The Georgia health-care company that employed a former technician accused of falsifying mammogram results says that if it can’t talk about patients’ medical information, then the patients and their attorneys shouldn’t be able to either.
The Telegraph of Macon, Georgia, reports that Houston Healthcare filed a number of motions last week relating to lawsuits against it. Some of the motions asked for gag orders, saying plaintiffs and their attorney have publicly discussed the plaintiffs’ medical issues relating to the case.
The company intends to dispute those claims in court, the motions say, but can’t respond to public comments because of patient confidentiality rules. The motions also said that Houston Healthcare considers that the plaintiffs have waived their right to confidentiality by speaking publicly.
The newspaper quoted one of the motions as saying:
In this case, Plaintiff’s counsel’s communications with the media is prejudicing the adjudicative process.
“Communications is prejudicing”? Let’s hope the judge isn’t a stickler for grammar. Anyway, the motions were aimed at lawsuits filed in March by Macon attorney Neal Graham on behalf of 16 women involved in the case. Altogether, Houston Healthcare faces at least 23 lawsuits related to the case, which we’ve been following for more than two years now.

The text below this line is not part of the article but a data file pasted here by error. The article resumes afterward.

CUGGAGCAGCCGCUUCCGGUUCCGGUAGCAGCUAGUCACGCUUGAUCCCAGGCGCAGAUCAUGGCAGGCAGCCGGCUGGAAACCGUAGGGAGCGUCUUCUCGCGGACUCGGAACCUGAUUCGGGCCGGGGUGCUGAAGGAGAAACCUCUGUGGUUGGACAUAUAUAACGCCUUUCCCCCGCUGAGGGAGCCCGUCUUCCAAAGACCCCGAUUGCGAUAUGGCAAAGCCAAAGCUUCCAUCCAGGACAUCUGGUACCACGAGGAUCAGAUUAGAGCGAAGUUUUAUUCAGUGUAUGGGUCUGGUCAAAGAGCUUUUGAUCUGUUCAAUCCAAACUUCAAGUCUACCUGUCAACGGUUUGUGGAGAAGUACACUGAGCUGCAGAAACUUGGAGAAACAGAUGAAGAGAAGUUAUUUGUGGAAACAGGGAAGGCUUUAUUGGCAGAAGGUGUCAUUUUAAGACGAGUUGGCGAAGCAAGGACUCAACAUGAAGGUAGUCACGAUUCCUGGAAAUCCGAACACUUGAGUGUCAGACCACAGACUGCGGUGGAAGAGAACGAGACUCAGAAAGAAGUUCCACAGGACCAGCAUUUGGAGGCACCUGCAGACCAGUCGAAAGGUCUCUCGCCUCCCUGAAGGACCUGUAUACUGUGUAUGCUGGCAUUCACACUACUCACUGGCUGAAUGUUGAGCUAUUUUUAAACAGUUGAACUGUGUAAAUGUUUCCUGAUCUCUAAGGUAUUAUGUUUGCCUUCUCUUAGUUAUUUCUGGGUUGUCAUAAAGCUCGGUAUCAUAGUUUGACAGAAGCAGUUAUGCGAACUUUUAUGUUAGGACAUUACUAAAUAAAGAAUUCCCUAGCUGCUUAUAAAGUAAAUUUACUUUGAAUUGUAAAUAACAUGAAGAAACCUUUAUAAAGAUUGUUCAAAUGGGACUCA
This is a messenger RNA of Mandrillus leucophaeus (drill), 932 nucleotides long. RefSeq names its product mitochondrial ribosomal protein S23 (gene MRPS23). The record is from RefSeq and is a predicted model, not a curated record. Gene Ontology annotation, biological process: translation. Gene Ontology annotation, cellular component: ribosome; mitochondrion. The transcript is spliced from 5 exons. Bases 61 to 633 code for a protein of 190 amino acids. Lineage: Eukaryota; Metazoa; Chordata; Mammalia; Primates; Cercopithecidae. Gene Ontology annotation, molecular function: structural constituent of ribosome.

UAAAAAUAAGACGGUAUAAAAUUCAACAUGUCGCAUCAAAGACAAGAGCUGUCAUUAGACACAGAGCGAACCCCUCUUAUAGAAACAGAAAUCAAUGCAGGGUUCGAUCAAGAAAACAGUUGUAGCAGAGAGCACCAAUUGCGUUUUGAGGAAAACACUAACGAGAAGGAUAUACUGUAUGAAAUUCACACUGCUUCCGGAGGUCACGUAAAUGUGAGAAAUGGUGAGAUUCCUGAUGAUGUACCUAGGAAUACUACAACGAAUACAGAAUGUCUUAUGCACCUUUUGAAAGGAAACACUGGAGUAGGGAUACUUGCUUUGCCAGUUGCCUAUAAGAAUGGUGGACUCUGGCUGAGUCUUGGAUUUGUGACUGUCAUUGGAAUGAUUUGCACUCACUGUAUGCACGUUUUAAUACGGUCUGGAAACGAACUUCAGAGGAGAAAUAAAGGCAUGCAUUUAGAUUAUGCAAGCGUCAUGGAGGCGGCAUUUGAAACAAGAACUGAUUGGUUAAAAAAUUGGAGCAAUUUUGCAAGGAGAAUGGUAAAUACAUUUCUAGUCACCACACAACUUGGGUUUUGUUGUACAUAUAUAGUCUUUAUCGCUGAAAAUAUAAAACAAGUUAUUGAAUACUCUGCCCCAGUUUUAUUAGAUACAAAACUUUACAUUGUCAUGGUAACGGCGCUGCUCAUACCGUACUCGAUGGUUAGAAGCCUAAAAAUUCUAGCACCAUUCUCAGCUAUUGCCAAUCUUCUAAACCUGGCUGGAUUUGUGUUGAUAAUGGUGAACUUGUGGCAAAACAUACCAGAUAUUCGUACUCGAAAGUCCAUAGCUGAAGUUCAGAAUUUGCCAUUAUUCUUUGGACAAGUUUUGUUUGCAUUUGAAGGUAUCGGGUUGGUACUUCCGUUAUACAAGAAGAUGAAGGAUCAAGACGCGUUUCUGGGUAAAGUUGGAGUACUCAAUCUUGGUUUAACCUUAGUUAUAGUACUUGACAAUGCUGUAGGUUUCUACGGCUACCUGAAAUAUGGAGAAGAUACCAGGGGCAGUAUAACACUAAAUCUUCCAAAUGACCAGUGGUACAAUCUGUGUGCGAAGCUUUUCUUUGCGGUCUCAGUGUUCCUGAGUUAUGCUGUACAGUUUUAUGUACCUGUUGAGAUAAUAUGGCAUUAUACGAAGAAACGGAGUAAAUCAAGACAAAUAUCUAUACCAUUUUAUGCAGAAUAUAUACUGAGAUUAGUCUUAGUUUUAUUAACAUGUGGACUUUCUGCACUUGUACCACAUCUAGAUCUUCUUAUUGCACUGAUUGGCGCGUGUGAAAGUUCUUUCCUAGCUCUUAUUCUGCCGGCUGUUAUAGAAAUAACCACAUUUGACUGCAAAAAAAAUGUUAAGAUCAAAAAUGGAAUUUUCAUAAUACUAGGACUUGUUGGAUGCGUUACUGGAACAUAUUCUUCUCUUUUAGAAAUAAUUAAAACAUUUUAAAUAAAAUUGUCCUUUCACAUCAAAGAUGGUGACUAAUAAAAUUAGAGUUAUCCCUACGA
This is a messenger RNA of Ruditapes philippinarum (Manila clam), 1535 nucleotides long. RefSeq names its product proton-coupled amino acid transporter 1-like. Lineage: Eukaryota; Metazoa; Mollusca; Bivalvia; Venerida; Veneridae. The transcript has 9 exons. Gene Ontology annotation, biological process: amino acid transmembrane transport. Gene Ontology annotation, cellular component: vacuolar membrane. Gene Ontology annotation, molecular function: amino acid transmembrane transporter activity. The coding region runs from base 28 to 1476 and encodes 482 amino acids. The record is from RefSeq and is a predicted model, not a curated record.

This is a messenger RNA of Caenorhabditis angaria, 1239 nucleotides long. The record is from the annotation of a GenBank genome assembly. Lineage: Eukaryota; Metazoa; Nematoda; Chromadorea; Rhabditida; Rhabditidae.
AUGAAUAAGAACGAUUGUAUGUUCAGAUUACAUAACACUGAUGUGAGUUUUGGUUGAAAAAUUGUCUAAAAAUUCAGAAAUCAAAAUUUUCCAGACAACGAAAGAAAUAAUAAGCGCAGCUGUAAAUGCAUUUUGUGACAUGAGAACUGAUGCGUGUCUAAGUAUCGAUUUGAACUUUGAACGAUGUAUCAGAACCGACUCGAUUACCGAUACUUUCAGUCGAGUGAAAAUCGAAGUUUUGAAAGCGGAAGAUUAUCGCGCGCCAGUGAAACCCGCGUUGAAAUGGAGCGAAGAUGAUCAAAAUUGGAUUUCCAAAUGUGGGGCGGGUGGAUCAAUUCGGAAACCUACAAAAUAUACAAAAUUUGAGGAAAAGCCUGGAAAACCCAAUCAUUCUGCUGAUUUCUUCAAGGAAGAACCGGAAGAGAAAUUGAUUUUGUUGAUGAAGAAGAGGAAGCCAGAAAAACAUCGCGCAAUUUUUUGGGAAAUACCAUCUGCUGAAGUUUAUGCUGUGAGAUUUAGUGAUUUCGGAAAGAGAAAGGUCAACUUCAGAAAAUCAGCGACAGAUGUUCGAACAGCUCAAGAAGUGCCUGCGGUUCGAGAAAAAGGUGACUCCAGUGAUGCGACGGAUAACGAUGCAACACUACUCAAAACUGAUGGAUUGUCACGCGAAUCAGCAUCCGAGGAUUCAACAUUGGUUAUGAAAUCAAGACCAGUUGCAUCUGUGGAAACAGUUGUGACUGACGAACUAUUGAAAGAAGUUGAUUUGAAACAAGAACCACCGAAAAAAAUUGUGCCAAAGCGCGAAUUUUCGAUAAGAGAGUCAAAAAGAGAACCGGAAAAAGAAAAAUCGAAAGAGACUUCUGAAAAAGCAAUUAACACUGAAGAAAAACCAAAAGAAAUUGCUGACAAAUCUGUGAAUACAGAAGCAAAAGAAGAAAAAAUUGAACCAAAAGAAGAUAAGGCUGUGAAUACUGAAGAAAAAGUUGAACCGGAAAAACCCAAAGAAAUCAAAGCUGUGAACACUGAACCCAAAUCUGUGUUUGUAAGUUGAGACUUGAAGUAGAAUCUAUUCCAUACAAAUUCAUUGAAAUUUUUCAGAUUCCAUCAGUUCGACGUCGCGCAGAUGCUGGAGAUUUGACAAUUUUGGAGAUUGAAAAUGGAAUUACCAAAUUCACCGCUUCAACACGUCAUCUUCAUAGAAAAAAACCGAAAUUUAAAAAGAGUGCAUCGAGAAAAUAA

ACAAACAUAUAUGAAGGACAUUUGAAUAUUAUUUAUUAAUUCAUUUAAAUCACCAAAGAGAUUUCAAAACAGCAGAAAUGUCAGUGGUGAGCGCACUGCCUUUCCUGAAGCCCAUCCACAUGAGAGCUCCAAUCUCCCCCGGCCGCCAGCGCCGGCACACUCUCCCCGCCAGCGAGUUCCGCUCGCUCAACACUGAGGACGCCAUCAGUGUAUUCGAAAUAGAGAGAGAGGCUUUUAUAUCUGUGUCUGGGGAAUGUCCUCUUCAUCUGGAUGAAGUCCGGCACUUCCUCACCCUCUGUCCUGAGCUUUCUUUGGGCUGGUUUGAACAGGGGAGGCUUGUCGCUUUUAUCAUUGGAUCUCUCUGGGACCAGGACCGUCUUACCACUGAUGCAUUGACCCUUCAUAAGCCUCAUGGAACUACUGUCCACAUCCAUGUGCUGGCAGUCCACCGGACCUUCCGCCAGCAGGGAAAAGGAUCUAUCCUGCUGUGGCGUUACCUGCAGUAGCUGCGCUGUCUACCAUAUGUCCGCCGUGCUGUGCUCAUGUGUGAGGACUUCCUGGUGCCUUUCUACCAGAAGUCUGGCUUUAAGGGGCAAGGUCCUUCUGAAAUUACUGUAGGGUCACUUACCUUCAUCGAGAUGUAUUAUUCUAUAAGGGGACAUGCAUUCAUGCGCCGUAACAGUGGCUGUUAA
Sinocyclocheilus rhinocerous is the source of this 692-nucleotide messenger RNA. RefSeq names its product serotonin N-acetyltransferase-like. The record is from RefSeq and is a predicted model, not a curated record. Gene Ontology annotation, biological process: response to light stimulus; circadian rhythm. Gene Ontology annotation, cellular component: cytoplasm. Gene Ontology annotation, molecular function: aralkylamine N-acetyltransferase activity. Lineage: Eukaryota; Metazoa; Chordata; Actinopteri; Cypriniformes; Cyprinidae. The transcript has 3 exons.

Houston Healthcare owns Perry Hospital in Perry, Georgia. There, according to authorities, from January 2009 into April 2010, former radiology technician Rachael Rapraeger logged onto a computer system and marked the results of 1,289 mammograms as normal, even though no radiologist had seen those scans.
Ten of those mammograms were later determined to have been positive. That led to Rapraeger’s indictment in September 2010 on 10 felony counts of computer forgery and 10 misdemeanor counts of reckless conduct. Very little has happened in that criminal case since then.
In the meantime, patients and their lawyers have been filing lawsuits. Last week’s motions included requests for dismissal or summary judgment in four of the lawsuits, saying Houston Healthcare had reached settlements with those patients before the lawsuits were filed.
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